Create a new registrar which allows claiming ownership of the name on a side chain to the owner of the ENS Wrapper contract (A wrapper contract to turn any ENS names into NFT) bridged from L1.
- User wraps their ENS name
- Transfer it to a sidechain using ERC1155 compatible bridge
Registrar.new(wrapperContractId, sidechainRegistryAddress)is a constructor function that sets the wrapper contract Id
WrapperContract.ownerOf(tokenId)and set ownership to the owner of the wrapper token while transferring the ownership of the wrapper token to the registrar
Registrar.release(tokenId)will unset the ownership to 0x and transfer the ownership back
- Should work on any EVM compatible chains with bridges that supports ERC1155 token transfer
- No change on ENS registry nor resolver
Unlike the rollup agnostic integration proposal (to be discussed later), this solution does only provide an ENS lookup service to each sidechain and no way to verify the state on L1.
I think this is an acceptable compromise as most of Dapp’s “L2/sidechain solution” is to create a replica of their platform in multiple chains and they act independently. The only thing this proposal is providing is to be able to let the user claim the name they own on L1. Without this solution, Dapp developers (eg: Colony on xDAI) are currently deploying their own instance of ENS just to claim their own ENS names which are high maintenance and wasted effort for the dapp developers.
Because most contract-based accounts (eg: multisig) cannot retain the same contract id, if the user wraps the ENS ownership to multisig and cross it to the side chain, the same contract address is less likely to claim the ownership.
This is a known limitation of the sidechain in general so it should be avoided at the user level by transferring the ownership back to EOA before crossing the bridge.
It is technically possible to have subdomains on L1 and the sidechains owned by different owners if the name has issued subdomains on L1 before transferring the name to the sidechain then create the same name on the sidechain.
I don’t think there is a simple way to prevent that at the protocol level so it will be the name owner’s responsibility to only transfer names to take care of the inconsistency.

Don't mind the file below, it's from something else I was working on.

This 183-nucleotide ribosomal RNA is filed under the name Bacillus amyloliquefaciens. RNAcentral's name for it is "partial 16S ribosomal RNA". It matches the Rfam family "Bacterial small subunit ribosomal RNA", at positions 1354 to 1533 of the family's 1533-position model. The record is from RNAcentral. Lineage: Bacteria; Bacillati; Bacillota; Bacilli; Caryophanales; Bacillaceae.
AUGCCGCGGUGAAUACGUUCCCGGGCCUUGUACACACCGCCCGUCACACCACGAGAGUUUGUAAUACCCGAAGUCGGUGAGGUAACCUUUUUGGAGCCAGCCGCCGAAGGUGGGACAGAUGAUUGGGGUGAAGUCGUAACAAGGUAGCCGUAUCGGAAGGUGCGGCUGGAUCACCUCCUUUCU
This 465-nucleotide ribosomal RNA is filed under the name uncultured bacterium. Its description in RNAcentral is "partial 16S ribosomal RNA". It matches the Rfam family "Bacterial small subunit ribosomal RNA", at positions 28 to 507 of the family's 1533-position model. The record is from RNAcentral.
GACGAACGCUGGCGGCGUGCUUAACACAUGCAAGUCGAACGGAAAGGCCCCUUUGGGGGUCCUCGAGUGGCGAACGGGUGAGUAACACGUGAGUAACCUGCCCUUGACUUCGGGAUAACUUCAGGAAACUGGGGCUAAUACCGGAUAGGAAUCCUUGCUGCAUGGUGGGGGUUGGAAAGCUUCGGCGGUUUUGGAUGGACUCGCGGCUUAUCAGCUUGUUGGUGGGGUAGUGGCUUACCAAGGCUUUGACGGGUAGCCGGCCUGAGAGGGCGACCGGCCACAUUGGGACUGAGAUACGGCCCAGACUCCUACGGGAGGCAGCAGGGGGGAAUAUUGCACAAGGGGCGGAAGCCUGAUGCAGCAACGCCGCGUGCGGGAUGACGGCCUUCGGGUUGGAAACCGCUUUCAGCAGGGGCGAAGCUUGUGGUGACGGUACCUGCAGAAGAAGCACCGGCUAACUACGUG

- What happens when the name expires on L1?
TLDR version is
- Each ENS name changes their resolver that returns a gateway URL
- The gateway URL returns the data with a proof
- L1 can verify the data with proof so that each Dapp/wallet/exchanges only use L1 as canonical data of truth.
To achieve #3 while retaining the same security model, the target L2 chains must have a way to allow L1 to verify. The possible ways are
- a: L2 periodically commit state root proof (available on most rollups)
- b: Sidechain return data with a signature of the validator which L1 can validate
Even though b is technically possible, this requires the target sidechain to open up API just for the purpose of the ENS gateway which may not be practical as this is an extra infrastructure to support the platform. Also b: would only work for a simple PoA(proof of authorities) system that trust any transaction signed by one of the authorities. It may not be able to support more complex PoS as L1 needs to know which validator to trust for the specific state it tries to verify.
AMB ENS mirroring service was proposed by xDAI team at the last year’s ENS workshop.
Their idea is to use Arbitrary Message Bridge (AMB) to transfer ENS ownership data. The difference with this proposal is that our proposal doesn’t require every chain to have an AMB bridge so more platform agnostic. It should work in theory as long as chains have a bridge to transfer ERC1155 between each chain.
Another alternative is to let users claim using chainlink as an Oracle to verify a state across chains.
This has a slight advantage over the main proposal because we can use the oracle to invalidate the claim when the name expires. The downside is a dependency on a third-party dependency.
This is originally proposed by Vitalik but we pivoted away to use rollup’s own attestation mechanism so that we don’t have to maintain our own “ENS attesters”. Given that sidechains (BSC and Polygon specifically) became more popular than it was at the time we discussed the solution, we could potentially revise if this approach is feasible for non-rollup based sidechains as well.